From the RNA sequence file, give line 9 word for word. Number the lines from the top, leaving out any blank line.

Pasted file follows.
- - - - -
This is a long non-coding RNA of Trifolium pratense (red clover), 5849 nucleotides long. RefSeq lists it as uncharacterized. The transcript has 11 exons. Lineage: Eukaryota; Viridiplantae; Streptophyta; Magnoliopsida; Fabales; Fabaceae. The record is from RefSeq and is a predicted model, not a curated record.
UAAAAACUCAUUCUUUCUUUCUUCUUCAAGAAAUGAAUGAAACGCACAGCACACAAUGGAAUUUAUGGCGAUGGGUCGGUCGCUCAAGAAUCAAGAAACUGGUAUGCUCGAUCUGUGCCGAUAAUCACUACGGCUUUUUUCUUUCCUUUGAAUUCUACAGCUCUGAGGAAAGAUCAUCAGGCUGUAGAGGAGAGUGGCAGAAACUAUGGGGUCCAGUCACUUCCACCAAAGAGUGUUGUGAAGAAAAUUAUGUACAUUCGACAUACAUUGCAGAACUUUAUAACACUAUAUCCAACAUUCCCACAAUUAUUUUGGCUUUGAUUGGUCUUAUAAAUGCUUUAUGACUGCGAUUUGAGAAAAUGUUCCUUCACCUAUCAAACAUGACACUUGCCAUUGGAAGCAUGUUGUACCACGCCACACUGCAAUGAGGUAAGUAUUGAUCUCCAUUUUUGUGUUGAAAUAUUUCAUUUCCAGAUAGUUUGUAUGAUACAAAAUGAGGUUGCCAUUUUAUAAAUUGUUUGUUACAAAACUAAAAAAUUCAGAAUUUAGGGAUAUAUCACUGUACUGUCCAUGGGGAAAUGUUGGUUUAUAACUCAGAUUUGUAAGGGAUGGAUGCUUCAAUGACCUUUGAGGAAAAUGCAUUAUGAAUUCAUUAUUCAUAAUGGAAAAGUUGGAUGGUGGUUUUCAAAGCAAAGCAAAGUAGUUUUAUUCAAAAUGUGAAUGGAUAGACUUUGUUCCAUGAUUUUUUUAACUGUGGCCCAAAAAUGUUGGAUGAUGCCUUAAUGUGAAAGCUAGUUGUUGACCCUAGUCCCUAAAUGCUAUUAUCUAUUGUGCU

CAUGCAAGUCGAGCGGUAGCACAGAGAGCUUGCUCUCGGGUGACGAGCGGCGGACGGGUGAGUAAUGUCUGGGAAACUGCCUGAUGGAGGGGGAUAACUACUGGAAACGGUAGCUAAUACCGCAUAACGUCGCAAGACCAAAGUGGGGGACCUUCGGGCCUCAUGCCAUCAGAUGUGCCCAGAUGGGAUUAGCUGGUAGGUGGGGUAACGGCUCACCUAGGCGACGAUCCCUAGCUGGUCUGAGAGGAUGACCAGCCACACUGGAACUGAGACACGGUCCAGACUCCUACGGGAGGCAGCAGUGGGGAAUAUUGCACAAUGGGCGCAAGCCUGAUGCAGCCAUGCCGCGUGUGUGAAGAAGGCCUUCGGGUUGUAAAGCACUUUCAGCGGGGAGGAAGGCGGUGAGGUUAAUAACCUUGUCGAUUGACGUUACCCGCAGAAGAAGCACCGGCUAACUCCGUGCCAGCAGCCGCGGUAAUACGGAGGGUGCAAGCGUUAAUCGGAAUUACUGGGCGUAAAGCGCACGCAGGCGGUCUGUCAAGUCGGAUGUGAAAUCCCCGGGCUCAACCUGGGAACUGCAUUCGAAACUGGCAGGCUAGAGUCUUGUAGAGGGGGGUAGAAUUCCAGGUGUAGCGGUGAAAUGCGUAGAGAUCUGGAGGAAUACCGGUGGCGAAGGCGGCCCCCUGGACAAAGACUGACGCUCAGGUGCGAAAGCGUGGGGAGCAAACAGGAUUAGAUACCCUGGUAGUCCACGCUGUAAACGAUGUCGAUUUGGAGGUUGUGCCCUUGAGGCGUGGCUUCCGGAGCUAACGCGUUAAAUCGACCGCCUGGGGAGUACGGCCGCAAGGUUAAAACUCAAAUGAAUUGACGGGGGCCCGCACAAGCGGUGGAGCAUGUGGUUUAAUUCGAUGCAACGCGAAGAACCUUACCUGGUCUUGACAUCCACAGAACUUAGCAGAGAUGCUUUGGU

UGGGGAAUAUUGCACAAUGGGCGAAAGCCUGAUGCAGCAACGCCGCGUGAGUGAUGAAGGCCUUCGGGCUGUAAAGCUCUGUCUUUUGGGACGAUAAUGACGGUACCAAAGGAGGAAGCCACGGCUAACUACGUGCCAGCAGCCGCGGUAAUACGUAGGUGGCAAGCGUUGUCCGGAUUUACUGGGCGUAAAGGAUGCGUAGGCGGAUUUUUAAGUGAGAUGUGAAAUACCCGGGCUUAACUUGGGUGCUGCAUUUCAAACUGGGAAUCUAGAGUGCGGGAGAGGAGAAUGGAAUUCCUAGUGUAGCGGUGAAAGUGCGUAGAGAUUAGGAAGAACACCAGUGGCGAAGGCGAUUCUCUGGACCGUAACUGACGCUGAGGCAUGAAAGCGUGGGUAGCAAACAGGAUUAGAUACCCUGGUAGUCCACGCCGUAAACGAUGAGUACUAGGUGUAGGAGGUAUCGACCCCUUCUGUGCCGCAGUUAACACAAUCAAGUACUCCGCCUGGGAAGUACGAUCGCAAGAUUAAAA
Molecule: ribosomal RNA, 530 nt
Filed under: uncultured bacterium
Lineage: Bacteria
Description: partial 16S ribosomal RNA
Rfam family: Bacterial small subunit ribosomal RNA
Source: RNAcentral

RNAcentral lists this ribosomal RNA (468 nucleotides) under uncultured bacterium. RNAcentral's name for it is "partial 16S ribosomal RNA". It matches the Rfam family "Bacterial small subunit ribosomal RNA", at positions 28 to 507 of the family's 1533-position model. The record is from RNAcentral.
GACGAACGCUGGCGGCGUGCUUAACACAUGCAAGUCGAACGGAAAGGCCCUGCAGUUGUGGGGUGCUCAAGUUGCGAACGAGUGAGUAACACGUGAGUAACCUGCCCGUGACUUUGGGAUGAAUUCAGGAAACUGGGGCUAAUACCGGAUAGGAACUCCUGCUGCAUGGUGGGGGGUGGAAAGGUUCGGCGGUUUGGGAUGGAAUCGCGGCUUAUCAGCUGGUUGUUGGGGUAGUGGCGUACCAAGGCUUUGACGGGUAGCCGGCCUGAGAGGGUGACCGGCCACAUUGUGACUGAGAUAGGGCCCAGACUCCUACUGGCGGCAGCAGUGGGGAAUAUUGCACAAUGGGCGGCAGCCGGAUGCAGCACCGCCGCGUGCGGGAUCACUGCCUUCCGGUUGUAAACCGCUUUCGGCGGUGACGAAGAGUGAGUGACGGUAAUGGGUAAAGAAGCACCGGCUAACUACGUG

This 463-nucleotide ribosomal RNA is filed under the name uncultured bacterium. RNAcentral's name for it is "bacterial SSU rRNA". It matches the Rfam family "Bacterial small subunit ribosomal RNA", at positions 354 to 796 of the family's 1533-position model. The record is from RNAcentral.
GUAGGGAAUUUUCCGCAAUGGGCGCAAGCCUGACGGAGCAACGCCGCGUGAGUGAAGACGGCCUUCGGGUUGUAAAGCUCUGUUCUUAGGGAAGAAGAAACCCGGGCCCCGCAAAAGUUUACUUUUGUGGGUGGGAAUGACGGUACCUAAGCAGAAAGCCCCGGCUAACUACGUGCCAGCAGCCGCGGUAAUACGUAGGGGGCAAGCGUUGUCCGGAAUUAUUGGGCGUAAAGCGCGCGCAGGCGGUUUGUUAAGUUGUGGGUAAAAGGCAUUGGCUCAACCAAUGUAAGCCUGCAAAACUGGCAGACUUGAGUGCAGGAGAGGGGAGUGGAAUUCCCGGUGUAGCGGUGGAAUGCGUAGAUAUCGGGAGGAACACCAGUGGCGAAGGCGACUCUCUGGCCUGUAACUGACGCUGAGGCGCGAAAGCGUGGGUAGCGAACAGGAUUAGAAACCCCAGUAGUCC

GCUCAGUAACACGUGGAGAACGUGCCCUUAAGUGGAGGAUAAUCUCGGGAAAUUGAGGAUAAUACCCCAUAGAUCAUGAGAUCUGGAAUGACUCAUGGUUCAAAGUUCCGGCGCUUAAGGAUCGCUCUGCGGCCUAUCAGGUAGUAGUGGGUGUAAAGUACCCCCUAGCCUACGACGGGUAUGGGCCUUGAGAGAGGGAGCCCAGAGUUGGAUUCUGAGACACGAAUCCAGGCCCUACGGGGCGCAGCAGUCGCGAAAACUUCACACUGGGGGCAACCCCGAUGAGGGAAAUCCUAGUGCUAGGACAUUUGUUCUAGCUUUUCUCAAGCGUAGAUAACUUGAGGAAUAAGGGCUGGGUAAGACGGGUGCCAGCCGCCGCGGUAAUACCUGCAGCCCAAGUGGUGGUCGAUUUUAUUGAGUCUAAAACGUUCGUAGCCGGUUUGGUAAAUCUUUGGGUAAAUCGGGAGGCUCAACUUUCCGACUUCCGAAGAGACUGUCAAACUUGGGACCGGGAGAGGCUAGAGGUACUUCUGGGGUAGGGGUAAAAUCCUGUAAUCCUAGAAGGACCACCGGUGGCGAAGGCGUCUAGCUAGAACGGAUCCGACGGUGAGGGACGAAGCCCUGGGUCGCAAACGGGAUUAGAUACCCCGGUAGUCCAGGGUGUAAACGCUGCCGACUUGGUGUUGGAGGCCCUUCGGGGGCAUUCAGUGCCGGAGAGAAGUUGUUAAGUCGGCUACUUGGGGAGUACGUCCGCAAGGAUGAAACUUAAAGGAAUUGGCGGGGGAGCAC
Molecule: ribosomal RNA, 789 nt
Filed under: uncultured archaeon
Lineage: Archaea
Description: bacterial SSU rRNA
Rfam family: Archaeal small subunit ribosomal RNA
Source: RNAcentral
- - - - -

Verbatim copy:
Rfam family: Bacterial small subunit ribosomal RNA